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Tuesday, April 26, 2016

The People of My Town



You know and I know that there is an eternal something, an indefinable quality about this town. It’s not the brick houses, and it ain’t the names that we are called (though it (and we)must have a name (must have names), an epithet or appellation of some sort, something that, if we’re going to talk about it (ourselves) in reasoned discourses over dinner, must lend itself to use as a term of personal identification). We can say with some certitude that it ain’t the stars, and it, sure as hell, ain’t the planet earth. We all know it, deep within our burning bones: that the eternal something is human. And all best people, all the greatest humans live here, in my town.

Our Mayor once lived in a mental institution. Honest. He suffered a head injury (Bullet wound. Long story. Don’t ask...) that resulted in a desperate mental disruption: dementia and personality changes. His skull was measured and weighed by the doctors in their professional white coats in an attempt to make a full and complete accurate diagnosis. The bullet wound healed eventually and, with the help of the soothing sounds of opera music, he was fully cured. In 1952, during Joseph McCarthy’s anticommunist inquisitions, the Senator sans la morale made much of the fact that our honorable mayor speaks Russian. It’s not that he was a Soviet spy; it just comes in handy when we need to ask Grigori Yefimovich Rasputin for help.

Our honorable Mayor and Father Maynard at the Episcopal Church speak together on Thursday afternoons. Each week they converse with each other in a new dead language. This week, Gothic. Last week they argued for several hours in Etruscan about Marxist theories of art during wartime. Next week they’ll be speaking in Cumbric concerning the recent deaths of famous musicians.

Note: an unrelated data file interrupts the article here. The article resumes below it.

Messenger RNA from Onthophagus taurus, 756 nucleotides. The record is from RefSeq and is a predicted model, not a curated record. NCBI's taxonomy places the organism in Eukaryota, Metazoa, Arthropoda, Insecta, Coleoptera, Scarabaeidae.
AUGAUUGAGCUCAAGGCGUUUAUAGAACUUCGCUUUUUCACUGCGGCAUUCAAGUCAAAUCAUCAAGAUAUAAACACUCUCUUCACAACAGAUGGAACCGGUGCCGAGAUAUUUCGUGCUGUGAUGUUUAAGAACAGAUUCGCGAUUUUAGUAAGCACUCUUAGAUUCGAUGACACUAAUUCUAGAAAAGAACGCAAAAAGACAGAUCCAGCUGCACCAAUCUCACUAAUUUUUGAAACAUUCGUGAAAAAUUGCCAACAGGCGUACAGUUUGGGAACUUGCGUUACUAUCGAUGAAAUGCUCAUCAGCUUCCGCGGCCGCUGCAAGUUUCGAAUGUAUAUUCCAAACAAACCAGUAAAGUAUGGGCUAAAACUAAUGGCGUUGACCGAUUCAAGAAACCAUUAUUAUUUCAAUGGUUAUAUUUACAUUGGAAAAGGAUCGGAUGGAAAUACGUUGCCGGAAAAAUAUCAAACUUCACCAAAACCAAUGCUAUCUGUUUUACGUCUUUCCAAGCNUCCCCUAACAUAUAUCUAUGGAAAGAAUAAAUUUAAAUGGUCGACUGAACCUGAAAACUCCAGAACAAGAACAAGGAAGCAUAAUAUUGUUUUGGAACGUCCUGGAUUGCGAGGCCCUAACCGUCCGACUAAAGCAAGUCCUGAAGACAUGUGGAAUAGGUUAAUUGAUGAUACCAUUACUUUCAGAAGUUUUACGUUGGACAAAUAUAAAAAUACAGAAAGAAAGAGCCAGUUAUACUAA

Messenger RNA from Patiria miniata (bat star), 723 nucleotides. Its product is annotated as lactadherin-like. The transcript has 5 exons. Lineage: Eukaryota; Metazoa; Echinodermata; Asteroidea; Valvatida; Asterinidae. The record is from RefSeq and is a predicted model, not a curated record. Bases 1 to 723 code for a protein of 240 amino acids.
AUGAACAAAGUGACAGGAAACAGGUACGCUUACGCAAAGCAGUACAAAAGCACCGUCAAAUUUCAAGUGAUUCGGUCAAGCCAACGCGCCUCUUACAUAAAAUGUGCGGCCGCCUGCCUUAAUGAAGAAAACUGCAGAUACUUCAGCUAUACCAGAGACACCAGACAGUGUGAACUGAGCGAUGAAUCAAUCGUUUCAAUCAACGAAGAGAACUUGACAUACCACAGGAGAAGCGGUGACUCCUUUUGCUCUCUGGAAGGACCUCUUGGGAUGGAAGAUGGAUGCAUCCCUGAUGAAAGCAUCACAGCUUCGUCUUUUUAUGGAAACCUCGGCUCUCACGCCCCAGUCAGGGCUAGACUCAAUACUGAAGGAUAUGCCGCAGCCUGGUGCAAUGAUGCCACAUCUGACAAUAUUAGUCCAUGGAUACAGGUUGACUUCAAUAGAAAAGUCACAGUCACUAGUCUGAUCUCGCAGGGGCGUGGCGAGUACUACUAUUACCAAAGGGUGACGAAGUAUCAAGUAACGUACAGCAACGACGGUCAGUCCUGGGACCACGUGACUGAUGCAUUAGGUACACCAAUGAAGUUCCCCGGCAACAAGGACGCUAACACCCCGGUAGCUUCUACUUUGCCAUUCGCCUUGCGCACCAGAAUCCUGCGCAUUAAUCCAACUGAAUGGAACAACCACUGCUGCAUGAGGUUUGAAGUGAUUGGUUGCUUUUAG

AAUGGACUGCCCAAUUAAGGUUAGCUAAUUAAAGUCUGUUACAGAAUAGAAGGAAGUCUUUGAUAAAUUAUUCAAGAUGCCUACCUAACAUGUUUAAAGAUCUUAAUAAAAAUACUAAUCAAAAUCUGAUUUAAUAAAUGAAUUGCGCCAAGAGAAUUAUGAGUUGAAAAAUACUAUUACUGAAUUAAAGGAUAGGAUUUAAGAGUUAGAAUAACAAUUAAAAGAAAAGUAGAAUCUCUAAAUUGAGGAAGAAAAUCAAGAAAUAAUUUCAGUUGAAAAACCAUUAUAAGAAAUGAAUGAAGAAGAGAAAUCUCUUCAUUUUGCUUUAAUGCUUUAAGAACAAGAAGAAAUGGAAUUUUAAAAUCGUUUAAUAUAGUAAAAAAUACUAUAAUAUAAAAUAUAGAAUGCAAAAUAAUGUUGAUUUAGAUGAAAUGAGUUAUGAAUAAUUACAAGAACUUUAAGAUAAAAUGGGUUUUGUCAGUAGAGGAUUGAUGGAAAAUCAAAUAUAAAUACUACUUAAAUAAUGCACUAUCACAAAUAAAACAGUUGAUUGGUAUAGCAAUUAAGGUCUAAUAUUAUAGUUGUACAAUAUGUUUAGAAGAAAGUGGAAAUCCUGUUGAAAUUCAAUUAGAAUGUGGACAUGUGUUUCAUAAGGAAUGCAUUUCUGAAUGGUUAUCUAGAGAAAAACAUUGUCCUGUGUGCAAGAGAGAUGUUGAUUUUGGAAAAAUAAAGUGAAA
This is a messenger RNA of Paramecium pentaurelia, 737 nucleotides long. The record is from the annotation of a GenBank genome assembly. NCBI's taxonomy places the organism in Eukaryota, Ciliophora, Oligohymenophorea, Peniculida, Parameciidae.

Lisa Marie is a dancer on an invisible leg.

Grant Tildwilder served with the Socialists in the Spanish revolution. He just got back into town a week ago with a tattoo, nasty nightmares, and a collection of international folk songs that he’s been teaching me.

We are not afraid of ghosts here, well not most of us anyway… There are Party Girls in the Space Zone. They meet there on Friday nights. But don’t tell anyone (don’t tell Father Maynard). It’s a secret.

Billy Rider rides her dirt-bike through the woods; she hunts for mushrooms and fairy circles. She’s disappeared a couple of times in the past, but so far she’s always come back to us. The ronds de sorciers can’t seem to hold her for very long. It is long enough, however, to inflict a great charm on her. The last time Billy went missing, she came back 4 days later ranting about the seemingly contradictory positive arguments being bandied about the office. “It’s an argument from a distance, and not falsifiable,” she said. She went on to suggest that we should each one of us take a nocturnal adventure into our own personal hell.


“Is that correct?” I asked her.
“Yes,” she said that it is.
“Can you describe your experience?”
“ I certainty will.  Yes. But it will take time.”

Melvo was an IWW agitator. He wibble-wobbles, but he never falls down. He lives in a hobo jungle box car at the edge of town. “I’m a tramp. I’m a bum,” he says. “Bum, bum, bum da bum.” Melvo and Grant sing together sometimes on open-mic night at the bar.

Marva is blind, but she flew, solo, across North and South America in a hot-air balloon following the migratory path of irregular birds. She could, using a strange organ in her ear (the result of human/ avian mutation) “feel” the invisible currents that carry the birds across those vast distances.

As I said, all the best people live here; I’ve been saying that for the past several thousand years. I’m always surprised by how little people listen.



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